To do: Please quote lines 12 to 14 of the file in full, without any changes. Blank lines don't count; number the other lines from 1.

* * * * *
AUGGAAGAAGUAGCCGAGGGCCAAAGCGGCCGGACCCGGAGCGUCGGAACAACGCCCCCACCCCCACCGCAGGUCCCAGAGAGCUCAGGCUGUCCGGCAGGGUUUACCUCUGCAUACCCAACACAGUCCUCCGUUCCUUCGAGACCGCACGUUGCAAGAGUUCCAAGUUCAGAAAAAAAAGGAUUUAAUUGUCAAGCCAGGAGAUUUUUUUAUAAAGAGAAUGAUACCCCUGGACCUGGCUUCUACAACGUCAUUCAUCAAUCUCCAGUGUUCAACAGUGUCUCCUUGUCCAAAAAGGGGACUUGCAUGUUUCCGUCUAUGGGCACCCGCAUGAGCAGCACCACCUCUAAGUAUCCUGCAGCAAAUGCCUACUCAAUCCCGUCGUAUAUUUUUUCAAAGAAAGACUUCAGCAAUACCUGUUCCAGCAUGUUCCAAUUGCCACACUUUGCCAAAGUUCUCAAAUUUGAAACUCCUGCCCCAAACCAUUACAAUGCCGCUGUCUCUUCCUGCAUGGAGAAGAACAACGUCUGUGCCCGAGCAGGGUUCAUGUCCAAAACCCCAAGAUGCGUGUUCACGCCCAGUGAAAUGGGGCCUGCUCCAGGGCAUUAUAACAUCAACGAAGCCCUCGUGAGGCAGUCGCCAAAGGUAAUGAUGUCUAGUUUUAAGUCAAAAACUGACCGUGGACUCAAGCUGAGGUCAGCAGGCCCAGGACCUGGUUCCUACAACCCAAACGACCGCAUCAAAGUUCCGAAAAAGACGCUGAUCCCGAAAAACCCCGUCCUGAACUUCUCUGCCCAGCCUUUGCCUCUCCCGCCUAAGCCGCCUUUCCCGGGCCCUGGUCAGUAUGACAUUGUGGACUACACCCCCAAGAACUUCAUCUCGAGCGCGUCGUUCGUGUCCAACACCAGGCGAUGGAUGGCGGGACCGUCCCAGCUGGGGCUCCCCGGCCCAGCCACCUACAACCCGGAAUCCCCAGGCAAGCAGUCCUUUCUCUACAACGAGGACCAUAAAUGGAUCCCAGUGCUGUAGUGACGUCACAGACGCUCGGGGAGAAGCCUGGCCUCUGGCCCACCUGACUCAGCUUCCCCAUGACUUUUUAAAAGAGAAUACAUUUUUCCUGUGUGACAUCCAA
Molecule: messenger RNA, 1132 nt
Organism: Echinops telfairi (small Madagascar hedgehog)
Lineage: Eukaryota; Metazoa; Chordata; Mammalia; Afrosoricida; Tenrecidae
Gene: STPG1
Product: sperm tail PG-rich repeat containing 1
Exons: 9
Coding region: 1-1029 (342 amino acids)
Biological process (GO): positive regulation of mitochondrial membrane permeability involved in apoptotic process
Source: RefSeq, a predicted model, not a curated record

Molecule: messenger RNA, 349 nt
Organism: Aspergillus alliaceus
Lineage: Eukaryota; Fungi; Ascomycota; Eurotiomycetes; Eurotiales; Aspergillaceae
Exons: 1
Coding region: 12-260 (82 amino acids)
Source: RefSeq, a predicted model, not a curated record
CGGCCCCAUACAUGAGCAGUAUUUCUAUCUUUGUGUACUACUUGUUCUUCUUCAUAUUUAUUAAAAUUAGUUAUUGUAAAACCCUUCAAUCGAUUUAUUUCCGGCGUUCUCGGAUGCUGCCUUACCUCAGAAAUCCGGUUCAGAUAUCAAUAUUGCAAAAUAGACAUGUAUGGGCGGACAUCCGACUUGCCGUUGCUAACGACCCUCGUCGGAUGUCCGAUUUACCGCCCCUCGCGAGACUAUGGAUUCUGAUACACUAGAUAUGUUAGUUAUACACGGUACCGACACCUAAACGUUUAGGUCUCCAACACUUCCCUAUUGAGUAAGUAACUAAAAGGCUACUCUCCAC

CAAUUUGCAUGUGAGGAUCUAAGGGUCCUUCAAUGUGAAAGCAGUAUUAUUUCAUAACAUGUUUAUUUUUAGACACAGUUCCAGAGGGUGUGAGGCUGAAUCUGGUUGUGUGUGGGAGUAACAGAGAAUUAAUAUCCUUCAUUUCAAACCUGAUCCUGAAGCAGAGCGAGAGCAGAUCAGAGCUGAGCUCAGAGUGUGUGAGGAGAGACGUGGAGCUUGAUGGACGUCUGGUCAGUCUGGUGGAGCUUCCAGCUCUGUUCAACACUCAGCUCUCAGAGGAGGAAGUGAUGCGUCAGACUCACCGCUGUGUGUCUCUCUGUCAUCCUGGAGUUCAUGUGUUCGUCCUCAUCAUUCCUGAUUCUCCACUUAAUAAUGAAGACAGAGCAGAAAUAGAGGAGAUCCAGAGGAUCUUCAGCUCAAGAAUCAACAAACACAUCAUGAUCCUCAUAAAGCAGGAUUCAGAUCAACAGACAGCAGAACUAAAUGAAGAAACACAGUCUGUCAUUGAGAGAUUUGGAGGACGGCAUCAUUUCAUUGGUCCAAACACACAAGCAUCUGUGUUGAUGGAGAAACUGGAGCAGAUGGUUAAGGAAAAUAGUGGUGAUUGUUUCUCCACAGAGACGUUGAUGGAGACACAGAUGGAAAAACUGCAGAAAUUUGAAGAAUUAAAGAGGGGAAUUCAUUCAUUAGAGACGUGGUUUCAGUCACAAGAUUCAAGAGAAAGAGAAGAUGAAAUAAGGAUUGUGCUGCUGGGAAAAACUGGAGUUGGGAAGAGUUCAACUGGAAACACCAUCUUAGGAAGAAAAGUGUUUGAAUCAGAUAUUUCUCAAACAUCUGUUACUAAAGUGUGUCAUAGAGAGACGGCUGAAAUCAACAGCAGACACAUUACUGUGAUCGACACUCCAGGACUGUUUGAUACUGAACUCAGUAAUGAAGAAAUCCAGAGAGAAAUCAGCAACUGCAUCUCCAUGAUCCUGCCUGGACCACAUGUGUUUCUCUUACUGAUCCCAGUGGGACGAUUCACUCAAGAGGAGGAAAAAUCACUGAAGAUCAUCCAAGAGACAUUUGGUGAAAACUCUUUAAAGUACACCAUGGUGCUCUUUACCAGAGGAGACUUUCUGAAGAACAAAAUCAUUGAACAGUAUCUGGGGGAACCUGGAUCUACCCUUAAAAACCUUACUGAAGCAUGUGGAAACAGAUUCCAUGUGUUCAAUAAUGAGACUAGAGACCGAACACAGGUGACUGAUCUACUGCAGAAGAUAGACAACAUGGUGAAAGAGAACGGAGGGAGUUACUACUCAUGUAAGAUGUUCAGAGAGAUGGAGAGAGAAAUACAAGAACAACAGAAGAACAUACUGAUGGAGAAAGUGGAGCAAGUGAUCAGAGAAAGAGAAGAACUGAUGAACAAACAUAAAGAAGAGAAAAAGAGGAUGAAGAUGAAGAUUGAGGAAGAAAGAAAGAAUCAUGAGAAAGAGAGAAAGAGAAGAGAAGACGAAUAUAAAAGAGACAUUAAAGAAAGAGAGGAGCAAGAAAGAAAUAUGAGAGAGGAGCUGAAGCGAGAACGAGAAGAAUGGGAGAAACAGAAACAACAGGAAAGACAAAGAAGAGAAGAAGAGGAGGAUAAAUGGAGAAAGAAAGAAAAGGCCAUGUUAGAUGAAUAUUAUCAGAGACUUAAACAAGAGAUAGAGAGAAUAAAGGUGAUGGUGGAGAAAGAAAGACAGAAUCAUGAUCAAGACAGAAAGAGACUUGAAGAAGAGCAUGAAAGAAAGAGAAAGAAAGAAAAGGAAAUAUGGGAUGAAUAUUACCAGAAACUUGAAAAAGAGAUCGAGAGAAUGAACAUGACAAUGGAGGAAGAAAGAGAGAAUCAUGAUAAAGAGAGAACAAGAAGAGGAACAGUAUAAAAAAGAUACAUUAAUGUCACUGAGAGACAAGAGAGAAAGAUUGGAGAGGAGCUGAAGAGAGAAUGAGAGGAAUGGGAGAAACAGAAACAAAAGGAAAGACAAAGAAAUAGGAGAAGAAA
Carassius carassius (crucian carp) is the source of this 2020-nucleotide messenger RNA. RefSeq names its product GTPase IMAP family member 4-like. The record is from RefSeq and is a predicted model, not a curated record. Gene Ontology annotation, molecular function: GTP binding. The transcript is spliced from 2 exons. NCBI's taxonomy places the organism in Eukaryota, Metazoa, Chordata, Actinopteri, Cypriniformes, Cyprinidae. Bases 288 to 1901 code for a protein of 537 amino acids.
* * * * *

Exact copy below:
Organism: Aspergillus alliaceus
Lineage: Eukaryota; Fungi; Ascomycota; Eurotiomycetes; Eurotiales; Aspergillaceae
Exons: 1